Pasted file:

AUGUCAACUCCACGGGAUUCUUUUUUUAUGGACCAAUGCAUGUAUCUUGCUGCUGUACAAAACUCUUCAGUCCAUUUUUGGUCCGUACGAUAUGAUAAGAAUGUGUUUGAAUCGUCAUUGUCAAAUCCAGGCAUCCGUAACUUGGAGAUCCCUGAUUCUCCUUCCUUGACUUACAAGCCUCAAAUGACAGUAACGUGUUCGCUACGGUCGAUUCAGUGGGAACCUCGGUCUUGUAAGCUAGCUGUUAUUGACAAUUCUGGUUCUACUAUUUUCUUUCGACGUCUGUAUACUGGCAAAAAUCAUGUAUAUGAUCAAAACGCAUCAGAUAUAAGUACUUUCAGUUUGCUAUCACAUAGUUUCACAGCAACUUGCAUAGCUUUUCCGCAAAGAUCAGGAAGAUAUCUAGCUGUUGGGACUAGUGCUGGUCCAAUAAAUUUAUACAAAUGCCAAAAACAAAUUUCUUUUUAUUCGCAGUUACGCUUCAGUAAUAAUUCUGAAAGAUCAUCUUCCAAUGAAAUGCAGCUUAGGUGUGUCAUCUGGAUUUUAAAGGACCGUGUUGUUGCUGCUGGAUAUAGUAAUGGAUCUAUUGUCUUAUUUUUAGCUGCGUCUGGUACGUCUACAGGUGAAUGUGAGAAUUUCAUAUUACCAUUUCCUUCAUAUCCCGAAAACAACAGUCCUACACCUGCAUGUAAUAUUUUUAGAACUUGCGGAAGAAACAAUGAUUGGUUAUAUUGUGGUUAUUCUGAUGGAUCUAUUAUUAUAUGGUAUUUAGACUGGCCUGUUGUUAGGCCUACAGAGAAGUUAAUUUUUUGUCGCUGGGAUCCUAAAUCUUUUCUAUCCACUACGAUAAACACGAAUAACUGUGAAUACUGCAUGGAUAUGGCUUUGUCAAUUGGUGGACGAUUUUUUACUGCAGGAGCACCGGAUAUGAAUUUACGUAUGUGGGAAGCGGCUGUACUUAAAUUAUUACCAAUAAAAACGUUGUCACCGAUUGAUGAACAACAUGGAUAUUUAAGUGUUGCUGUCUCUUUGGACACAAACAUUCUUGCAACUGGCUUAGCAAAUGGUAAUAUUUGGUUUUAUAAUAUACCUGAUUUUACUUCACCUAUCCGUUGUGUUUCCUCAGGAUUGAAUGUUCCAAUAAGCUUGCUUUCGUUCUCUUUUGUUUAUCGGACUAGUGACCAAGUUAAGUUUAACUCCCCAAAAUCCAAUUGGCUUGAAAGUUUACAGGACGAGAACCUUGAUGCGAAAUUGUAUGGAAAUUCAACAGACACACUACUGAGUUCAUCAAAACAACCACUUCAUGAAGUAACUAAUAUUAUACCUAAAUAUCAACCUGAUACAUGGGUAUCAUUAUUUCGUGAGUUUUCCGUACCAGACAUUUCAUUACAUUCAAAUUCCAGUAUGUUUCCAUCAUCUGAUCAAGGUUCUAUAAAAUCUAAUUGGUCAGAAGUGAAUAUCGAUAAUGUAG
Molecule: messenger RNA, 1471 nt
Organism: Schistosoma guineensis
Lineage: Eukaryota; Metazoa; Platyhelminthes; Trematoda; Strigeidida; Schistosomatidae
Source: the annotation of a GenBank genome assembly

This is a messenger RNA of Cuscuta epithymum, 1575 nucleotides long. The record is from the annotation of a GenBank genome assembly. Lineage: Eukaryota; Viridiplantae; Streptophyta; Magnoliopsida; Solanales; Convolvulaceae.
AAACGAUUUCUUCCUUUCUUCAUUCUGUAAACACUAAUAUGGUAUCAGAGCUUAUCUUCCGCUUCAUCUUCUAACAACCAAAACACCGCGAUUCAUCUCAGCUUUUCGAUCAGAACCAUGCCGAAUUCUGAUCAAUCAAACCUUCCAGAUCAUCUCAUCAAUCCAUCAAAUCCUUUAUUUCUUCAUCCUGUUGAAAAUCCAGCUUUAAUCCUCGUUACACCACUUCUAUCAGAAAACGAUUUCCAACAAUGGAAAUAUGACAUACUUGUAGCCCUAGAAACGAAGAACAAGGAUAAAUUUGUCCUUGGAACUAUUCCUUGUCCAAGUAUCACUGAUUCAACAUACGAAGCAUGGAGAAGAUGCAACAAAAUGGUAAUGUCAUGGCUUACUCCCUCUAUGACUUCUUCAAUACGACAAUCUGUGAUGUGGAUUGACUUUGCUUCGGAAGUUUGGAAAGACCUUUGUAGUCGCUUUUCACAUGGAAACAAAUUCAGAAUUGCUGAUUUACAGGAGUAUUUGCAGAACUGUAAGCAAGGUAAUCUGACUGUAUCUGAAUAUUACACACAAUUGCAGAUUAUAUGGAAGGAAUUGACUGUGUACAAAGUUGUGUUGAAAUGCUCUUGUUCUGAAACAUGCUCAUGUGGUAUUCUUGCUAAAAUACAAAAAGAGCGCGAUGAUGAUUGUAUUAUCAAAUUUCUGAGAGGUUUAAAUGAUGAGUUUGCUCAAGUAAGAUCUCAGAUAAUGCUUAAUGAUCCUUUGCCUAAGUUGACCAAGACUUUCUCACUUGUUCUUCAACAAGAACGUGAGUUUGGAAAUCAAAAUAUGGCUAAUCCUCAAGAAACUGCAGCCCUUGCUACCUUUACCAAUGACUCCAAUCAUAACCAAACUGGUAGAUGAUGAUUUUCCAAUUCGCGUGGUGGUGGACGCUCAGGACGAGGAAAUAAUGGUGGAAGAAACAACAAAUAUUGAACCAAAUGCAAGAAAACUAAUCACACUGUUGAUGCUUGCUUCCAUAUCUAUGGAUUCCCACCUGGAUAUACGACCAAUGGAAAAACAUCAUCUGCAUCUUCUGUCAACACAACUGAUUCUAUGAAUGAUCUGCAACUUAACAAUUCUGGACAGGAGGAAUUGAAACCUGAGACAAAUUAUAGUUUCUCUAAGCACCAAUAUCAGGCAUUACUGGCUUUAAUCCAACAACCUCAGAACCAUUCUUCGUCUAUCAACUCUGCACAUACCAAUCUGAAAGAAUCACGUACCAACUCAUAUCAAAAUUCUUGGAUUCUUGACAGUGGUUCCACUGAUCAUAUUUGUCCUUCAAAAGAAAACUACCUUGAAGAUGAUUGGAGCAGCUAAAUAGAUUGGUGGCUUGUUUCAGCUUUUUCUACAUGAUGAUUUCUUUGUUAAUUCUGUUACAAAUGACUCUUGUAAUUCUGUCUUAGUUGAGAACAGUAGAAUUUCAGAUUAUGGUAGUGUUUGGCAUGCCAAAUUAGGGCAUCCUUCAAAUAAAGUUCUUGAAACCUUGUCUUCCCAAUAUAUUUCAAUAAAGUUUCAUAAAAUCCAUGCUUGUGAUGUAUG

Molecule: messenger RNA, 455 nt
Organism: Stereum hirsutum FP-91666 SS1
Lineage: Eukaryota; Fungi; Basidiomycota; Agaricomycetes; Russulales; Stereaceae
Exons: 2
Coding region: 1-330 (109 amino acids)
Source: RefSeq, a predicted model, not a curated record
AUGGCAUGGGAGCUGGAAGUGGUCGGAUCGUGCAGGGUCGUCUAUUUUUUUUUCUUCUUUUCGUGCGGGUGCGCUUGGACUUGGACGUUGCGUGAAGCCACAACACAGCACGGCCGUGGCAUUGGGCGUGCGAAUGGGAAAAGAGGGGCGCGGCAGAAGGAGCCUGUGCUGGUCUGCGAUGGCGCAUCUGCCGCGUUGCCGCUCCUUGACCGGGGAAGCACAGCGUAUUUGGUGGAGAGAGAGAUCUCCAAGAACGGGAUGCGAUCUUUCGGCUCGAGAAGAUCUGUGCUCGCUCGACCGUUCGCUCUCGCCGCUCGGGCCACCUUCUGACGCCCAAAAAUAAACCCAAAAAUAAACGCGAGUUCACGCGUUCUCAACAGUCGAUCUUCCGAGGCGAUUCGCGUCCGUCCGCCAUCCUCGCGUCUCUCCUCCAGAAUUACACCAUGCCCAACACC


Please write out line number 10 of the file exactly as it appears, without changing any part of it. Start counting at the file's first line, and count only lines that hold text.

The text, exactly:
Lineage: Eukaryota; Fungi; Basidiomycota; Agaricomycetes; Russulales; Stereaceae